Tag Archives: Calum Finlay

Moliere, mo’ problems

TARTUFFE

The REP, Birmingham, Wednesday 6th November, 2013

 

We are accustomed to seeing productions of Shakespeare in modern-day (or other) dress so why then is Moliere so hard to get right?  I suppose some of the problems come from watching the plays in translation.  In this new production of Tartuffe, Chris Campbell goes for a more-or-less translation, with English idioms and vernacular thrown in.  What you are left with is a manner of speaking that is non-naturalistic but is not verse either.  It hovers somewhere in-between the two and that is the trouble with this production in a nutshell.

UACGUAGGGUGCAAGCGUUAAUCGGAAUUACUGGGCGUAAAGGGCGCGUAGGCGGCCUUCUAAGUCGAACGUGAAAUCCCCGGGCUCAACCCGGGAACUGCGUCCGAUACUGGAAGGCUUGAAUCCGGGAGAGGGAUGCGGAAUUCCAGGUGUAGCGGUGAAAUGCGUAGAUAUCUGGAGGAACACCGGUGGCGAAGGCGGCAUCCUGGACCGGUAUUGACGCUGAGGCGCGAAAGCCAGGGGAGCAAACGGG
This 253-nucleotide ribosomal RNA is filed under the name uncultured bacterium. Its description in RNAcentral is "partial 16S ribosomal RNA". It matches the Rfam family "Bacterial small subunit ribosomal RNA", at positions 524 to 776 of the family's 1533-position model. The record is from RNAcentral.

There is a lack of consistency in the performance style.  Some of the cast revel in the chance to perform in a heightened, comedic manner, and when these moments are developed unfettered, they are a joy. Paul Hunter’s Orgon, head of the house, warms up – by the second half he is unstoppable.  He is supported by Sian Brooke as his canny wife Elmire and Calum Finlay as his daughter’s betrothed Valere.  These three get the unreality right.  Others are not up to speed.  Ayesha Antoine is spirited as cheeky maid Dorine (although her costume baffles with its incongruity) but I would have liked her to be a little less well-spoken.  There are Birmingham twangs bubbling under the surface throughout – why not go the whole hog and have the maid come from Dudley?  Dinita Gohil displays some neat comic reactions as Orgon’s daughter Mariane (and perhaps the production hints at the ongoing issue of forced marriages) and Ashley Kumar gives some commanding histrionics as the righteous Damis.   There is an absolutely bonkers turn from Janice Connolly as Mrs Pernelle who keeps a dog in a basket but barks herself – she opens the show and should set the tone.  Sadly, the show doesn’t match or maintain her energy and commitment.